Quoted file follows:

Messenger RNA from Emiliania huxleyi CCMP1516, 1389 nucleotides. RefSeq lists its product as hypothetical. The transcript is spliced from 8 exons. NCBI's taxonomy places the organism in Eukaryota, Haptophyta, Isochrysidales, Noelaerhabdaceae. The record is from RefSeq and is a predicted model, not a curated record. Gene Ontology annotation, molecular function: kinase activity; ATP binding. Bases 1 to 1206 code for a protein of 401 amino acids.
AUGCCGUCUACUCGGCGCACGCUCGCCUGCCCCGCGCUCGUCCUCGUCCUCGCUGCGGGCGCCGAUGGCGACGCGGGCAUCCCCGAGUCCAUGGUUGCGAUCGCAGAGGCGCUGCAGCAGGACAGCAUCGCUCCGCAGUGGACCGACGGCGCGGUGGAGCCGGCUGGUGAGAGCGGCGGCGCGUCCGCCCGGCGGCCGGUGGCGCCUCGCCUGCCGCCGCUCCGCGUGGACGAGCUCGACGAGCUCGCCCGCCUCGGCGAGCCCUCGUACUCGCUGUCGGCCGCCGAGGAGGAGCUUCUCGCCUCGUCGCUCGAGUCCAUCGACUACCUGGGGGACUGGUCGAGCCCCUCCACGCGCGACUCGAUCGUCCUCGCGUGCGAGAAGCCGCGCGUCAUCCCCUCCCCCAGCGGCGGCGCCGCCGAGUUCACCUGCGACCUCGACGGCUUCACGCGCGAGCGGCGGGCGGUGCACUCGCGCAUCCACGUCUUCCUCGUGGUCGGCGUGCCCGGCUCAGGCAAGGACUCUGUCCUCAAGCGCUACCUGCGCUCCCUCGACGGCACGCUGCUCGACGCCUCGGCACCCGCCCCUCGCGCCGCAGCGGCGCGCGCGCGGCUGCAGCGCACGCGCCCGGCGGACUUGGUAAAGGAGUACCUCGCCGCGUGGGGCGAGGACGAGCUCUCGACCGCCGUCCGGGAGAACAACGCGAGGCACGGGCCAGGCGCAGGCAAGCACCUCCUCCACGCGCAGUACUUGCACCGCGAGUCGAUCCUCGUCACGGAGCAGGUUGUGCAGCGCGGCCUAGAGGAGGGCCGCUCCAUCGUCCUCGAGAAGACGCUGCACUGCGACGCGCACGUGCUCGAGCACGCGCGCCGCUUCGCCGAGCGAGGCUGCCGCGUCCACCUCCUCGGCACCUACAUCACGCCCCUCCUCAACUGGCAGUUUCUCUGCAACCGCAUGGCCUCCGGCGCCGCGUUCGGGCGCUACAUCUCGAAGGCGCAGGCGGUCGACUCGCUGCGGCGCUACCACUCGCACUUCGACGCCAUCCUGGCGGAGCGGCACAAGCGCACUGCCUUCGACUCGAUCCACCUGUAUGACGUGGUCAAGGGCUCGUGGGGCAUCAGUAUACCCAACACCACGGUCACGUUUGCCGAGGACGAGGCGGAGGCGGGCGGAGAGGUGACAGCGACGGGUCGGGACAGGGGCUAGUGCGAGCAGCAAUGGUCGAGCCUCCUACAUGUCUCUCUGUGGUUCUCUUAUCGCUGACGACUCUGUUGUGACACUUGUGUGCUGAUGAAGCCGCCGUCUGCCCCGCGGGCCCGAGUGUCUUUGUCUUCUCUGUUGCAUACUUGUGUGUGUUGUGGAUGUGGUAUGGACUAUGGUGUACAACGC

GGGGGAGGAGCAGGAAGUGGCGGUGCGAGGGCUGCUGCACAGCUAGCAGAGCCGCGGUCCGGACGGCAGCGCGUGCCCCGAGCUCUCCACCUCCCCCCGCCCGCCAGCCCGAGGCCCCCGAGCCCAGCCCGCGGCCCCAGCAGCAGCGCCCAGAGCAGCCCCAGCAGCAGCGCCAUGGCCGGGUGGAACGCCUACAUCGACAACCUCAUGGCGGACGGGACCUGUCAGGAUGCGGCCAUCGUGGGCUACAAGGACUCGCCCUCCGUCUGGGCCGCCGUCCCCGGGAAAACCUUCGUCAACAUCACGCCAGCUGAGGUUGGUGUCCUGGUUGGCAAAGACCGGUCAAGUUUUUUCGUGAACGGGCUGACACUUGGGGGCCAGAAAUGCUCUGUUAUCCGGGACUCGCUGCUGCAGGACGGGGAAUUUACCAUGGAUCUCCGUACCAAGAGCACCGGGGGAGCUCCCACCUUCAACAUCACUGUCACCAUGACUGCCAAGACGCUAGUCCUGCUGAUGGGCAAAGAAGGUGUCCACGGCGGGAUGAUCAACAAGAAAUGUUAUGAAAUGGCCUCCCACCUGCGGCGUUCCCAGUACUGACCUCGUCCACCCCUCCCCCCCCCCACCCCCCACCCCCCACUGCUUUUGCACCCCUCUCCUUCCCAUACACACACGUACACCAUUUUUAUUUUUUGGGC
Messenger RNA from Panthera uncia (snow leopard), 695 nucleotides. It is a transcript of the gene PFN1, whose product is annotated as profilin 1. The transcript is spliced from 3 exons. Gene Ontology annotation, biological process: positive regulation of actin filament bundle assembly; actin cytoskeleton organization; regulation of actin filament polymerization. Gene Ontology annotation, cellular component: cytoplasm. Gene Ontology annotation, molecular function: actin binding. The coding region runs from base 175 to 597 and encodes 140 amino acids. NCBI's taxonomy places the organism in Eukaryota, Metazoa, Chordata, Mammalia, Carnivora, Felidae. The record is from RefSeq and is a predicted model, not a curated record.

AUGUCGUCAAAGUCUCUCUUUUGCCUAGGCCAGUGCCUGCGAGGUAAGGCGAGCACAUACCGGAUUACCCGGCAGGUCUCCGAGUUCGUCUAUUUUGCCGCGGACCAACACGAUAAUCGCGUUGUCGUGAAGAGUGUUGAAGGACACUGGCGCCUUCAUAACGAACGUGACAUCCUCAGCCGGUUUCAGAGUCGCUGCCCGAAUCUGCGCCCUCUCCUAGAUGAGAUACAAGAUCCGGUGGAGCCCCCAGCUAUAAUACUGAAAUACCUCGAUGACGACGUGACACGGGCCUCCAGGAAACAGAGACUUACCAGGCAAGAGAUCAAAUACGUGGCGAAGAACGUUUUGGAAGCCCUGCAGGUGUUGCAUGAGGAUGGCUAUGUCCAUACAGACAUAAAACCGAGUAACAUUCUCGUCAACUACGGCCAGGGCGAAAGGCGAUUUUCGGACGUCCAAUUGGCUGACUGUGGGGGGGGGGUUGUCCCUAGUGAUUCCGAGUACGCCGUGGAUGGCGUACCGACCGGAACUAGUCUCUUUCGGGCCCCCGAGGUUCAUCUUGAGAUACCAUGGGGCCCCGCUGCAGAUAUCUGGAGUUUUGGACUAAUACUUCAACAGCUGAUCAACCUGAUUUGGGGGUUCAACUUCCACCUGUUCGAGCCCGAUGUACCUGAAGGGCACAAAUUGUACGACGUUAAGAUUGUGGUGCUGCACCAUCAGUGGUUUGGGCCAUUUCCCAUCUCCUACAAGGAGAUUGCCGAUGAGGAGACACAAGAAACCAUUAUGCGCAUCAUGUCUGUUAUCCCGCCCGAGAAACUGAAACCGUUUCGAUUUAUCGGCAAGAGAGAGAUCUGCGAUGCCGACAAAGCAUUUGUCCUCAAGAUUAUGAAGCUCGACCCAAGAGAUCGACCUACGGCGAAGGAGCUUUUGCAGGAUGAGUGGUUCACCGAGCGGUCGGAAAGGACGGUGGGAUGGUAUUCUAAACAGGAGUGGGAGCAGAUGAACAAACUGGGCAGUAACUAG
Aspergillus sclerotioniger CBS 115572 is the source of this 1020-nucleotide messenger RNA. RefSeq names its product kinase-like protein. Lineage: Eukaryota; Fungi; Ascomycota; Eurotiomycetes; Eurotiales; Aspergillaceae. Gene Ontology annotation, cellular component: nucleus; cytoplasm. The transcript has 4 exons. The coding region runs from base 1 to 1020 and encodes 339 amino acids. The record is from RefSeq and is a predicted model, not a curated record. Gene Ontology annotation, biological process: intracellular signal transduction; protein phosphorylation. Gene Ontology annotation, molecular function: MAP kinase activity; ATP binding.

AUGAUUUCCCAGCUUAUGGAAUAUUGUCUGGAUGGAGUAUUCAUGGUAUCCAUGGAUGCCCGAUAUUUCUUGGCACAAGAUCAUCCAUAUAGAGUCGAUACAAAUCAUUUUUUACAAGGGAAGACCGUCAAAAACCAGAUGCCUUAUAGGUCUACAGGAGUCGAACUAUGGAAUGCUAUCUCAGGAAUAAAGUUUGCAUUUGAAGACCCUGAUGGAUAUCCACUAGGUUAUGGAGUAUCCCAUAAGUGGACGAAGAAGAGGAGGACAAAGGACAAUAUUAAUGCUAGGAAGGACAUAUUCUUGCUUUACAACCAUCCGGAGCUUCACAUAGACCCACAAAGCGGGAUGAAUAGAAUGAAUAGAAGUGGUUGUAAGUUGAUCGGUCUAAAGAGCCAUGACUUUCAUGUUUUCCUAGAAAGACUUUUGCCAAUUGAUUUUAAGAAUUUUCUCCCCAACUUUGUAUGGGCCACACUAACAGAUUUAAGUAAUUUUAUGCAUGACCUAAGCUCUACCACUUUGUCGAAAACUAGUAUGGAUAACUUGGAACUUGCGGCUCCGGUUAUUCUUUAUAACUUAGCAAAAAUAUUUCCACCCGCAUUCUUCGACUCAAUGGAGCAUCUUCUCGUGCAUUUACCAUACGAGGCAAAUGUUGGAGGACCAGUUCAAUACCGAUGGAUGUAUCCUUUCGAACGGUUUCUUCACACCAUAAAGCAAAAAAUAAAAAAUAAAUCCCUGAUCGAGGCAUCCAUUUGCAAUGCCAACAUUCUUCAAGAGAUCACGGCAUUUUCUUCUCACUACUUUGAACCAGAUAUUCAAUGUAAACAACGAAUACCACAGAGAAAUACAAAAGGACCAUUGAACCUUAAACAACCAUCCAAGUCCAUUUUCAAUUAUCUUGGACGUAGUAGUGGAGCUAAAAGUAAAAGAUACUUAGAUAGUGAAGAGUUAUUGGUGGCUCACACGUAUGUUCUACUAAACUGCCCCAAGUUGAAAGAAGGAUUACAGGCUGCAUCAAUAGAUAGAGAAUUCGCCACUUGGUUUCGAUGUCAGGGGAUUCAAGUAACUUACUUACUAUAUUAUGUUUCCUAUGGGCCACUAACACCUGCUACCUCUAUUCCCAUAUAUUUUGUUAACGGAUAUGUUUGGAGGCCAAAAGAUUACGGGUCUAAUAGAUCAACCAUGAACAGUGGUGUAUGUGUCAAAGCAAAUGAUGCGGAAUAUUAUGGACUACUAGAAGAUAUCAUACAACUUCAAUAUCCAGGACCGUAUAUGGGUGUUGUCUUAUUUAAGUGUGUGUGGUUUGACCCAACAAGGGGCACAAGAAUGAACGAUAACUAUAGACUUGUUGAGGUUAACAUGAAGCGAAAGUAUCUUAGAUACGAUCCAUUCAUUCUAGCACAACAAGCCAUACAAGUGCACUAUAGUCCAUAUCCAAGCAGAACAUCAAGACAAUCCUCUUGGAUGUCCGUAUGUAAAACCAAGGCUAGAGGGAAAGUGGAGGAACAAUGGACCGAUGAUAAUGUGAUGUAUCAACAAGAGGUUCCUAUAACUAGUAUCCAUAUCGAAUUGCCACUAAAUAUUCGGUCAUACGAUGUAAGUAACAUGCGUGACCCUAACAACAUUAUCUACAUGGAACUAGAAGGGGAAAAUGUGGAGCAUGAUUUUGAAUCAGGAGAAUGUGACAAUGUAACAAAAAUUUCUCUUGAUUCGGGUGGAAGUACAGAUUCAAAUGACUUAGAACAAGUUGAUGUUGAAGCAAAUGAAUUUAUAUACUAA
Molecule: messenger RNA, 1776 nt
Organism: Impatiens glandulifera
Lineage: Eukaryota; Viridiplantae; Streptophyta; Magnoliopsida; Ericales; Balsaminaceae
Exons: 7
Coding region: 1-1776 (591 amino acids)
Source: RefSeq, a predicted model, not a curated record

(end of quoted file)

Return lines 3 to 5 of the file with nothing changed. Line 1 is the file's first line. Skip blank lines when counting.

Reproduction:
GGGGGAGGAGCAGGAAGUGGCGGUGCGAGGGCUGCUGCACAGCUAGCAGAGCCGCGGUCCGGACGGCAGCGCGUGCCCCGAGCUCUCCACCUCCCCCCGCCCGCCAGCCCGAGGCCCCCGAGCCCAGCCCGCGGCCCCAGCAGCAGCGCCCAGAGCAGCCCCAGCAGCAGCGCCAUGGCCGGGUGGAACGCCUACAUCGACAACCUCAUGGCGGACGGGACCUGUCAGGAUGCGGCCAUCGUGGGCUACAAGGACUCGCCCUCCGUCUGGGCCGCCGUCCCCGGGAAAACCUUCGUCAACAUCACGCCAGCUGAGGUUGGUGUCCUGGUUGGCAAAGACCGGUCAAGUUUUUUCGUGAACGGGCUGACACUUGGGGGCCAGAAAUGCUCUGUUAUCCGGGACUCGCUGCUGCAGGACGGGGAAUUUACCAUGGAUCUCCGUACCAAGAGCACCGGGGGAGCUCCCACCUUCAACAUCACUGUCACCAUGACUGCCAAGACGCUAGUCCUGCUGAUGGGCAAAGAAGGUGUCCACGGCGGGAUGAUCAACAAGAAAUGUUAUGAAAUGGCCUCCCACCUGCGGCGUUCCCAGUACUGACCUCGUCCACCCCUCCCCCCCCCCACCCCCCACCCCCCACUGCUUUUGCACCCCUCUCCUUCCCAUACACACACGUACACCAUUUUUAUUUUUUGGGC
Messenger RNA from Panthera uncia (snow leopard), 695 nucleotides. It is a transcript of the gene PFN1, whose product is annotated as profilin 1. The transcript is spliced from 3 exons. Gene Ontology annotation, biological process: positive regulation of actin filament bundle assembly; actin cytoskeleton organization; regulation of actin filament polymerization. Gene Ontology annotation, cellular component: cytoplasm. Gene Ontology annotation, molecular function: actin binding. The coding region runs from base 175 to 597 and encodes 140 amino acids. NCBI's taxonomy places the organism in Eukaryota, Metazoa, Chordata, Mammalia, Carnivora, Felidae. The record is from RefSeq and is a predicted model, not a curated record.

AUGUCGUCAAAGUCUCUCUUUUGCCUAGGCCAGUGCCUGCGAGGUAAGGCGAGCACAUACCGGAUUACCCGGCAGGUCUCCGAGUUCGUCUAUUUUGCCGCGGACCAACACGAUAAUCGCGUUGUCGUGAAGAGUGUUGAAGGACACUGGCGCCUUCAUAACGAACGUGACAUCCUCAGCCGGUUUCAGAGUCGCUGCCCGAAUCUGCGCCCUCUCCUAGAUGAGAUACAAGAUCCGGUGGAGCCCCCAGCUAUAAUACUGAAAUACCUCGAUGACGACGUGACACGGGCCUCCAGGAAACAGAGACUUACCAGGCAAGAGAUCAAAUACGUGGCGAAGAACGUUUUGGAAGCCCUGCAGGUGUUGCAUGAGGAUGGCUAUGUCCAUACAGACAUAAAACCGAGUAACAUUCUCGUCAACUACGGCCAGGGCGAAAGGCGAUUUUCGGACGUCCAAUUGGCUGACUGUGGGGGGGGGGUUGUCCCUAGUGAUUCCGAGUACGCCGUGGAUGGCGUACCGACCGGAACUAGUCUCUUUCGGGCCCCCGAGGUUCAUCUUGAGAUACCAUGGGGCCCCGCUGCAGAUAUCUGGAGUUUUGGACUAAUACUUCAACAGCUGAUCAACCUGAUUUGGGGGUUCAACUUCCACCUGUUCGAGCCCGAUGUACCUGAAGGGCACAAAUUGUACGACGUUAAGAUUGUGGUGCUGCACCAUCAGUGGUUUGGGCCAUUUCCCAUCUCCUACAAGGAGAUUGCCGAUGAGGAGACACAAGAAACCAUUAUGCGCAUCAUGUCUGUUAUCCCGCCCGAGAAACUGAAACCGUUUCGAUUUAUCGGCAAGAGAGAGAUCUGCGAUGCCGACAAAGCAUUUGUCCUCAAGAUUAUGAAGCUCGACCCAAGAGAUCGACCUACGGCGAAGGAGCUUUUGCAGGAUGAGUGGUUCACCGAGCGGUCGGAAAGGACGGUGGGAUGGUAUUCUAAACAGGAGUGGGAGCAGAUGAACAAACUGGGCAGUAACUAG